“Don’t look back. Something might be gaining on you.”
Satchel Paige, the famous pitcher and Baseball Hall of Fame member, said that. Funny statement from a ground pounder.
Not so humorous for a fighter pilot. What might be gaining on a fighter pilot is something that wants to kill him.
“Check six” means look behind you. Frequently. The pilot in the cockpit with the adversary in front of him will be the victor, the one with the adversary or the missile behind him will be the victim. Always.
The F-35 Lightning II has more problems, besides the MSRP. “Check six” is an issue.
Aside from the smile generated when reading that the Lightning has problems with lightning, the visibility thing is serious. Here’s a look at what the issue is:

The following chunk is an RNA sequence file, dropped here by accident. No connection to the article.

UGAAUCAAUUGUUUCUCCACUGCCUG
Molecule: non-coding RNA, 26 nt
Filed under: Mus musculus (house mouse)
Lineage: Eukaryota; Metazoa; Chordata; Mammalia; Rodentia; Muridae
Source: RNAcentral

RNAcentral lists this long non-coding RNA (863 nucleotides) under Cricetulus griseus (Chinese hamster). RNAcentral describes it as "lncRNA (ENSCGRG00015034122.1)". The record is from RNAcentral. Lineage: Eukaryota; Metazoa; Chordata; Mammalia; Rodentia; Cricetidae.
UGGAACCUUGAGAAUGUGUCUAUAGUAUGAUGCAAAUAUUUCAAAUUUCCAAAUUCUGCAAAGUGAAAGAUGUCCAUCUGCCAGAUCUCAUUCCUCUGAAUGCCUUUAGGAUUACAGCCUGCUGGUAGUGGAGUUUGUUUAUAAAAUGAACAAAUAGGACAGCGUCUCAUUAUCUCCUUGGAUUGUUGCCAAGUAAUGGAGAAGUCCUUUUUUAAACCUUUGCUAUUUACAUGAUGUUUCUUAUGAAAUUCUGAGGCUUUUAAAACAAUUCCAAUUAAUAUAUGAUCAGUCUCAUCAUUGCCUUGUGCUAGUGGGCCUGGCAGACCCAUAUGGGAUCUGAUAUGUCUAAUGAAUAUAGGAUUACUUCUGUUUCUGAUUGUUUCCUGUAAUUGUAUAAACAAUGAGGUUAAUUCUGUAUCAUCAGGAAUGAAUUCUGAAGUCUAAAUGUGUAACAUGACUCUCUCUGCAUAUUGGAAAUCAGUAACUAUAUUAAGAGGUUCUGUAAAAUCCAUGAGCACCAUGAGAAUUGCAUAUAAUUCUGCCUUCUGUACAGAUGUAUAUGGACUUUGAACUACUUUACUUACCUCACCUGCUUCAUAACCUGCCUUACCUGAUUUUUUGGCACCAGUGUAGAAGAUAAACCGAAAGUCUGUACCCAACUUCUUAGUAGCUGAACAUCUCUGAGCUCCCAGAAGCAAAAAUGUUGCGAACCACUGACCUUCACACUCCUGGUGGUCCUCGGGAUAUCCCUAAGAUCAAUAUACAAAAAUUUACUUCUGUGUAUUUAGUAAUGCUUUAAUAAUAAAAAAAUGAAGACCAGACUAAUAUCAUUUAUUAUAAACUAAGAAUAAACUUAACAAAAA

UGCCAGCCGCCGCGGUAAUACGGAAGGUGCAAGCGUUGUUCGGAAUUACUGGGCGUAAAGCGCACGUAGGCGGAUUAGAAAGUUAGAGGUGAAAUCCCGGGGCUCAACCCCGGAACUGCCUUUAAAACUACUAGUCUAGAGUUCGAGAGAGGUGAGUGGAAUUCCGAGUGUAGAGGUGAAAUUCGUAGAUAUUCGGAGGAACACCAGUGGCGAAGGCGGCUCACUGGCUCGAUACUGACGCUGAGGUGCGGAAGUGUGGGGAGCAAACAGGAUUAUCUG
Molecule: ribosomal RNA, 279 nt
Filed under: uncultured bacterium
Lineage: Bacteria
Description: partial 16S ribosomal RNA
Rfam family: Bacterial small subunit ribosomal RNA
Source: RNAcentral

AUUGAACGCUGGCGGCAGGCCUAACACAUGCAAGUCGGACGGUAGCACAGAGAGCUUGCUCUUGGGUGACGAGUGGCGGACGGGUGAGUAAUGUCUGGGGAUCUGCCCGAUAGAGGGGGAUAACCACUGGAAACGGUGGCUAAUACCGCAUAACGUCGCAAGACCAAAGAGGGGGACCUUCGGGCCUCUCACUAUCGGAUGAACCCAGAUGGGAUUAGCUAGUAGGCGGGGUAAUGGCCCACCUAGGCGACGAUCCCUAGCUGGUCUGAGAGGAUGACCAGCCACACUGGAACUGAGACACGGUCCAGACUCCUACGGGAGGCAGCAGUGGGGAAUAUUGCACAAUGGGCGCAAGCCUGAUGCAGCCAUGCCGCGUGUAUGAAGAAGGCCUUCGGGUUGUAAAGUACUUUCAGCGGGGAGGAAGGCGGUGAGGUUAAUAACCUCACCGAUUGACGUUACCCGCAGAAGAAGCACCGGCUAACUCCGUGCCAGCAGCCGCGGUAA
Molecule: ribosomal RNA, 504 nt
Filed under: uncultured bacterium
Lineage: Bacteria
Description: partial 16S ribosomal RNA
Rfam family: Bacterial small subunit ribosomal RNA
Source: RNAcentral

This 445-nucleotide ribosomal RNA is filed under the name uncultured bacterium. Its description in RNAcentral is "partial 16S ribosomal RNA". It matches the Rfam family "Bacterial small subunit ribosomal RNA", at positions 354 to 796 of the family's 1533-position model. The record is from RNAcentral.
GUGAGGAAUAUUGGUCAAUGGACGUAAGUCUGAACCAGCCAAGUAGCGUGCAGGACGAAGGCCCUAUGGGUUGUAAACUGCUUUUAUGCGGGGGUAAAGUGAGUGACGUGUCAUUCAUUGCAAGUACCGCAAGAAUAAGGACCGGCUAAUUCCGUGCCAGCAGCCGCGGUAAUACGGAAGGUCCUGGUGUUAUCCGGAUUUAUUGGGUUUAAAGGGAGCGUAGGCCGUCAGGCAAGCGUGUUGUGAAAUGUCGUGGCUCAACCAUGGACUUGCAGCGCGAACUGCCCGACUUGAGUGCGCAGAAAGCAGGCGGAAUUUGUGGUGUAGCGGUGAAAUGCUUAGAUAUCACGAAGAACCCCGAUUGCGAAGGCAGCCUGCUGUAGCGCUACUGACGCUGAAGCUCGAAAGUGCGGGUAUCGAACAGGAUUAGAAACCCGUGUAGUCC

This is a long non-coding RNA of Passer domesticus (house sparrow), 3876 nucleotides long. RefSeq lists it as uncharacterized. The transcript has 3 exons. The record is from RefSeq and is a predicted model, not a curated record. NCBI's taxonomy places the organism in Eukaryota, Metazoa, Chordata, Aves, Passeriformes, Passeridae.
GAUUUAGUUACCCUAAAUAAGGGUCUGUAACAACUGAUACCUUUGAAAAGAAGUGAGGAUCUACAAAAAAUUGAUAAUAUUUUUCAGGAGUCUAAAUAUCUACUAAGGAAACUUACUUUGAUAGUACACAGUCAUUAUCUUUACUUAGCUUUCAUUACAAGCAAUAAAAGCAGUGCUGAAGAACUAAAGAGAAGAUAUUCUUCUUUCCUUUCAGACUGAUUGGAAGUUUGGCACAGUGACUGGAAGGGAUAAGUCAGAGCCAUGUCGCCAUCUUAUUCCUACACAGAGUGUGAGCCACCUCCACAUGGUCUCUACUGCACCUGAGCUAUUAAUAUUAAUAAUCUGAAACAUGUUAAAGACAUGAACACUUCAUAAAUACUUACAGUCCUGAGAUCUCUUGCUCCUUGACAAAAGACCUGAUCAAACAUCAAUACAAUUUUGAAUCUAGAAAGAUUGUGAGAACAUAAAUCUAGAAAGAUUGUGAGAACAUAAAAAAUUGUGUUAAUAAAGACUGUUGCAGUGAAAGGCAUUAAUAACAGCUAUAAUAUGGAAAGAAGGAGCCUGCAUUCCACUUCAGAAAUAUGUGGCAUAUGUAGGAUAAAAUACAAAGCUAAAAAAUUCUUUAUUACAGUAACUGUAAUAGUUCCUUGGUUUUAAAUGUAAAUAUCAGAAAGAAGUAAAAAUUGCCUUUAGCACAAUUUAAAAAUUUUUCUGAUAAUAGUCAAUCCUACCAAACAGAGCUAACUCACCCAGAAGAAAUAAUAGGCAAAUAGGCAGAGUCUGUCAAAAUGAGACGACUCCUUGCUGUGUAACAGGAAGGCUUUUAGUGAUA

F-16 Cockpit looking aft
F-18 Cockpit looking aft
Turn around and look behind you in either of these fighters and what do you see? Everything!
Now take a look at some other cockpits.
Here’s a couple of Aussie pilots in their F-111. The F-111 was at one time a candidate for the U.S. Navy as a fighter.
Note the rearward visibility in the F-111. Nil. Zilch. Bulkhead. Thank goodness the Navy had some sense and dumped the F-111 as a fighter and opted for the F-14.
Here’s a rearward looking photo in an F-14. Note that the carrier cannot sneak up on the Tomcat easily.
How does the F-35 stack up?
Hmmm. Another bulkhead behind the pilot, just like the F-111.
The Pentagon report included this sentence: “Unlike legacy aircraft such as the F-15, F-16, and F/A-18, enhanced cockpit visibility was not designed into the F-35.”